"These initial findings are encouraging scientists to rethink their theories of Jupiter's formation and the nature of planetary evolution processes," wrote NASA in a January 1996 press release.

Planetary, moon and asteroid science

Galileo itself reached Jupiter on Dec. 7, 1995, beginning its years of circling the planet and its moons.

These global views of Jupiter's icy moon Europa were captured by NASA's Galileo spacecraft in June 1997. The image on the left shows Europa in natural color, while the right-side image has enhanced colors to bring out subtle color differences to show differences between pure water ice (white and bluish white) and non-ice components (red, brown and yellow spots). (Image credit: NASA/JPL/University of Arizona)

In the early days, Galileo took a close look at the faint rings of Jupiter to find out how they formed. Data from the spacecraft determined that meteoroids, crashing into small moons around Jupiter, were sending dust up around the planet. Over time, the dust coalesced into rings.

While Galileo was often called a mission to Jupiter, the spacecraft also made extensive observations of the planet's largest moons.

It found evidence of a liquid ocean underneath Europa's surface, sparking questions about what sort of life could lie underneath. From watching volcanoes at Io, Galileo's data showed the moon's volcanic activity could be as much as 100 times more than what is seen on Earth. And at Ganymede, Galileo found the first magnetic field around a moon.

Galileo even made a few side discoveries. When taking pictures of the asteroid Ida, it discovered there was a smaller object orbiting around it. Later called Dactyl, this was the first confirmed satellite of an asteroid.

In 2003, the aging spacecraft – battling radiation problems and other mechanical issues – was running low on fuel. NASA chose to send Galileo straight into Jupiter rather than leave it in orbit, just in case the spacecraft accidentally crashed into Europa and disrupted possible life there.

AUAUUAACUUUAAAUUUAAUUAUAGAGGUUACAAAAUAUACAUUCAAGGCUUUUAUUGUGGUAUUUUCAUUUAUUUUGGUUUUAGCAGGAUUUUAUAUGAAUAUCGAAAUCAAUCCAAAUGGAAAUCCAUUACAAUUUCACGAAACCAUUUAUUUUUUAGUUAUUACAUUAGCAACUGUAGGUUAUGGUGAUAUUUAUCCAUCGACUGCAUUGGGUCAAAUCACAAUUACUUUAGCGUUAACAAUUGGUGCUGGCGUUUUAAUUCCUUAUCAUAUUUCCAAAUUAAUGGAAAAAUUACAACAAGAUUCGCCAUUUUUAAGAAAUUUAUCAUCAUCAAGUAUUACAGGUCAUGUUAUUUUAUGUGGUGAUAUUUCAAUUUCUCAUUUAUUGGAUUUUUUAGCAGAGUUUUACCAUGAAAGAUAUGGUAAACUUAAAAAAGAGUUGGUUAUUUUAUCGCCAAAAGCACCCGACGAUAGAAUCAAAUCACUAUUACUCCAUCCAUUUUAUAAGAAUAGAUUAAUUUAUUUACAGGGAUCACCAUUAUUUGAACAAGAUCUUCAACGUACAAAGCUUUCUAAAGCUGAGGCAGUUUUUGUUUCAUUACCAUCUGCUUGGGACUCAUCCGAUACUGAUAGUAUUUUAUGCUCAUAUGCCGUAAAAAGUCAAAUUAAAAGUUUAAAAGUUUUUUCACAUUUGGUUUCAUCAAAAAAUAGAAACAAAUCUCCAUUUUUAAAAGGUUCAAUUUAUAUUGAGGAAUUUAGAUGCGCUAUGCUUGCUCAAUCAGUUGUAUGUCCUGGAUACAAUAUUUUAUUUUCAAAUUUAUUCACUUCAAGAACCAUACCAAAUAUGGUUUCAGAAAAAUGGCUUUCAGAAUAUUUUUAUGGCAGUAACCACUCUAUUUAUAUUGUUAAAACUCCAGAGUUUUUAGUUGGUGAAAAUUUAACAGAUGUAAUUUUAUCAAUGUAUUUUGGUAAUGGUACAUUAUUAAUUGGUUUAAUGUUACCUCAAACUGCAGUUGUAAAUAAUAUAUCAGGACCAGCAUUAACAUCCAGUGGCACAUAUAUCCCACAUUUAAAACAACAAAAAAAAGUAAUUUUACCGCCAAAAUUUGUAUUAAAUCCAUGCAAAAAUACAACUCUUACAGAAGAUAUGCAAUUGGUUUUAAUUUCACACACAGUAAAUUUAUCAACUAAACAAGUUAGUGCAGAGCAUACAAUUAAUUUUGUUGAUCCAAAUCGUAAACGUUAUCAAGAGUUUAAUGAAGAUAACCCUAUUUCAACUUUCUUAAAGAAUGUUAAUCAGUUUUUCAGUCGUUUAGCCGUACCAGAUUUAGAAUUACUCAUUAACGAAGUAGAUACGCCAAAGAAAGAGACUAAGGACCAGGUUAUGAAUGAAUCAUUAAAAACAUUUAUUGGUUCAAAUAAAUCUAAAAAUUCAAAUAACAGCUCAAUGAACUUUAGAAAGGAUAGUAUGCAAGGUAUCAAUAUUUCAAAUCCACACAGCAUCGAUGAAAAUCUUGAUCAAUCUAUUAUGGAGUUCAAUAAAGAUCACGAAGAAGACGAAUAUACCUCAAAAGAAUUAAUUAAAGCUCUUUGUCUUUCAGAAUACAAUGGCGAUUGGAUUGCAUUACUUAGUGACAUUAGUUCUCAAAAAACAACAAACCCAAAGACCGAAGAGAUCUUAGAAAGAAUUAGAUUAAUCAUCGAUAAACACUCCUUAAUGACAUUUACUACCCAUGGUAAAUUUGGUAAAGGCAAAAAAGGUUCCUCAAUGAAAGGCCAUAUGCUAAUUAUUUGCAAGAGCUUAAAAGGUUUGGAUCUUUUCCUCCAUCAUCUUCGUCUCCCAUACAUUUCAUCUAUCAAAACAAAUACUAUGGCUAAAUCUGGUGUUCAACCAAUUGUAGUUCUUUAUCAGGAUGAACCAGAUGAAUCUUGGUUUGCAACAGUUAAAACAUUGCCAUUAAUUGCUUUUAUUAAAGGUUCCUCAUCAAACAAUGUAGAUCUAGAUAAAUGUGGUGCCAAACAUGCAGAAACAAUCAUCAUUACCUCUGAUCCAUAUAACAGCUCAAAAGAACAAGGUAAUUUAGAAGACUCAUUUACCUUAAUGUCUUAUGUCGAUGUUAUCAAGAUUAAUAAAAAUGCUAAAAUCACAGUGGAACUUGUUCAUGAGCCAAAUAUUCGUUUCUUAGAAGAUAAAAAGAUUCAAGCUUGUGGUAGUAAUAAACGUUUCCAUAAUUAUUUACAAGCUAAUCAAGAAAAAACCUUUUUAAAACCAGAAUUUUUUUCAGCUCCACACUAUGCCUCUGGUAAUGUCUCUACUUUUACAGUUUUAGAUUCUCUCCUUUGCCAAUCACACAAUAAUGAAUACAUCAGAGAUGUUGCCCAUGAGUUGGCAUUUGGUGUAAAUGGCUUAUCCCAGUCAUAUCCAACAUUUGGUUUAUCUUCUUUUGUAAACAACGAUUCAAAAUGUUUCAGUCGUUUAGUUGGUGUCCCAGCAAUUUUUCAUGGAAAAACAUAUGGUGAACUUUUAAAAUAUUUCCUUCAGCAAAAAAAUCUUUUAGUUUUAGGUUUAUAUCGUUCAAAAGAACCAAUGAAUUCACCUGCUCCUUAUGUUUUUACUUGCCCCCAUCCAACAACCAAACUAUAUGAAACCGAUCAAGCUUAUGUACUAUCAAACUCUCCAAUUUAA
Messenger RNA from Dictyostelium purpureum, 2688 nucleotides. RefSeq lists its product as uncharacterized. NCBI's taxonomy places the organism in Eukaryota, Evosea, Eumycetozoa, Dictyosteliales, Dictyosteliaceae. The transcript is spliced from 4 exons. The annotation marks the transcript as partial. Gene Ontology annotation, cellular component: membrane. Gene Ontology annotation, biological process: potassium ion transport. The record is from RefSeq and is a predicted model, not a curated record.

Galileo broke up in Jupiter's atmosphere on Sept. 21, 2003.

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Elizabeth Howell
Staff Writer, Spaceflight

Elizabeth Howell (she/her), Ph.D., is a staff writer in the spaceflight channel since 2022 covering diversity, education and gaming as well. She was contributing writer for for 10 years before joining full-time. Elizabeth's reporting includes multiple exclusives with the White House and Office of the Vice-President of the United States, an exclusive conversation with aspiring space tourist (and NSYNC bassist) Lance Bass, speaking several times with the International Space Station, witnessing five human spaceflight launches on two continents, flying parabolic, working inside a spacesuit, and participating in a simulated Mars mission. Her latest book, "Why Am I Taller?", is co-written with astronaut Dave Williams. Elizabeth holds a Ph.D. and M.Sc. in Space Studies from the University of North Dakota, a Bachelor of Journalism from Canada's Carleton University and a Bachelor of History from Canada's Athabasca University. Elizabeth is also a post-secondary instructor in communications and science at several institutions since 2015; her experience includes developing and teaching an astronomy course at Canada's Algonquin College (with Indigenous content as well) to more than 1,000 students since 2020. Elizabeth first got interested in space after watching the movie Apollo 13 in 1996, and still wants to be an astronaut someday. Mastodon: